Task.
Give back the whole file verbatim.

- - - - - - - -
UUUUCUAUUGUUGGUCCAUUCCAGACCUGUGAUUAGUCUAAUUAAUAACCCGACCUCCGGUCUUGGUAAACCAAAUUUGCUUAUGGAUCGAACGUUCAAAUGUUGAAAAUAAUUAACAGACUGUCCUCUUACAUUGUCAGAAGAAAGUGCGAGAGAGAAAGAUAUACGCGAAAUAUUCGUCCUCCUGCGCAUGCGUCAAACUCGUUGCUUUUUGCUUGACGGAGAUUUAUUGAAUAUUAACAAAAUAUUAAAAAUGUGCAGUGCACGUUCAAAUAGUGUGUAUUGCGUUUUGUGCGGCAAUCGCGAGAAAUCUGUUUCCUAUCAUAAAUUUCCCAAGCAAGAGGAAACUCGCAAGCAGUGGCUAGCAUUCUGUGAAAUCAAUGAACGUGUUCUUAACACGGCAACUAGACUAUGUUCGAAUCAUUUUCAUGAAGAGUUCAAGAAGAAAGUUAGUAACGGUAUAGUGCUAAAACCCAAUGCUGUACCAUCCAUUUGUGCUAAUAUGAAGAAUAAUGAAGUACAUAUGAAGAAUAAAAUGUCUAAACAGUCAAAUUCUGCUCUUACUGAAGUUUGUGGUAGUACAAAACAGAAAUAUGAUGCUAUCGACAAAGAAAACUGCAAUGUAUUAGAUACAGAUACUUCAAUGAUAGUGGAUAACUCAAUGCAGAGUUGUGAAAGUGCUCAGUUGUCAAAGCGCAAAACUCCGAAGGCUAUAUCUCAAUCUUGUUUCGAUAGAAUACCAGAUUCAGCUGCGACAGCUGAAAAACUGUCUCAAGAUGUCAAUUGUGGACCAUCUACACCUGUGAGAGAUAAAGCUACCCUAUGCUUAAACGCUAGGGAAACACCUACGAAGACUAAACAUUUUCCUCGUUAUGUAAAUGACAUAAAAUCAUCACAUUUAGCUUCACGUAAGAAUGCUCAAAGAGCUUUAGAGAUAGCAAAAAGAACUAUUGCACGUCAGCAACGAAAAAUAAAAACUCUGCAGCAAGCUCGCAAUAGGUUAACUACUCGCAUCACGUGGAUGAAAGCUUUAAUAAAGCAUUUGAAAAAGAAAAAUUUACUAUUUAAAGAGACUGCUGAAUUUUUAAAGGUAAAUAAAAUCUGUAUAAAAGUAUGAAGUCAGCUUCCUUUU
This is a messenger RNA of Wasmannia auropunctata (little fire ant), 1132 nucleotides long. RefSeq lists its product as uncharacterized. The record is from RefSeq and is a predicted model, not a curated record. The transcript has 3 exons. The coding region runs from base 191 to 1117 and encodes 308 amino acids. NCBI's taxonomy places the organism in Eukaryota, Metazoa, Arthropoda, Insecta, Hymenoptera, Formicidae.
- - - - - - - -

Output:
UUUUCUAUUGUUGGUCCAUUCCAGACCUGUGAUUAGUCUAAUUAAUAACCCGACCUCCGGUCUUGGUAAACCAAAUUUGCUUAUGGAUCGAACGUUCAAAUGUUGAAAAUAAUUAACAGACUGUCCUCUUACAUUGUCAGAAGAAAGUGCGAGAGAGAAAGAUAUACGCGAAAUAUUCGUCCUCCUGCGCAUGCGUCAAACUCGUUGCUUUUUGCUUGACGGAGAUUUAUUGAAUAUUAACAAAAUAUUAAAAAUGUGCAGUGCACGUUCAAAUAGUGUGUAUUGCGUUUUGUGCGGCAAUCGCGAGAAAUCUGUUUCCUAUCAUAAAUUUCCCAAGCAAGAGGAAACUCGCAAGCAGUGGCUAGCAUUCUGUGAAAUCAAUGAACGUGUUCUUAACACGGCAACUAGACUAUGUUCGAAUCAUUUUCAUGAAGAGUUCAAGAAGAAAGUUAGUAACGGUAUAGUGCUAAAACCCAAUGCUGUACCAUCCAUUUGUGCUAAUAUGAAGAAUAAUGAAGUACAUAUGAAGAAUAAAAUGUCUAAACAGUCAAAUUCUGCUCUUACUGAAGUUUGUGGUAGUACAAAACAGAAAUAUGAUGCUAUCGACAAAGAAAACUGCAAUGUAUUAGAUACAGAUACUUCAAUGAUAGUGGAUAACUCAAUGCAGAGUUGUGAAAGUGCUCAGUUGUCAAAGCGCAAAACUCCGAAGGCUAUAUCUCAAUCUUGUUUCGAUAGAAUACCAGAUUCAGCUGCGACAGCUGAAAAACUGUCUCAAGAUGUCAAUUGUGGACCAUCUACACCUGUGAGAGAUAAAGCUACCCUAUGCUUAAACGCUAGGGAAACACCUACGAAGACUAAACAUUUUCCUCGUUAUGUAAAUGACAUAAAAUCAUCACAUUUAGCUUCACGUAAGAAUGCUCAAAGAGCUUUAGAGAUAGCAAAAAGAACUAUUGCACGUCAGCAACGAAAAAUAAAAACUCUGCAGCAAGCUCGCAAUAGGUUAACUACUCGCAUCACGUGGAUGAAAGCUUUAAUAAAGCAUUUGAAAAAGAAAAAUUUACUAUUUAAAGAGACUGCUGAAUUUUUAAAGGUAAAUAAAAUCUGUAUAAAAGUAUGAAGUCAGCUUCCUUUU
This is a messenger RNA of Wasmannia auropunctata (little fire ant), 1132 nucleotides long. RefSeq lists its product as uncharacterized. The record is from RefSeq and is a predicted model, not a curated record. The transcript has 3 exons. The coding region runs from base 191 to 1117 and encodes 308 amino acids. NCBI's taxonomy places the organism in Eukaryota, Metazoa, Arthropoda, Insecta, Hymenoptera, Formicidae.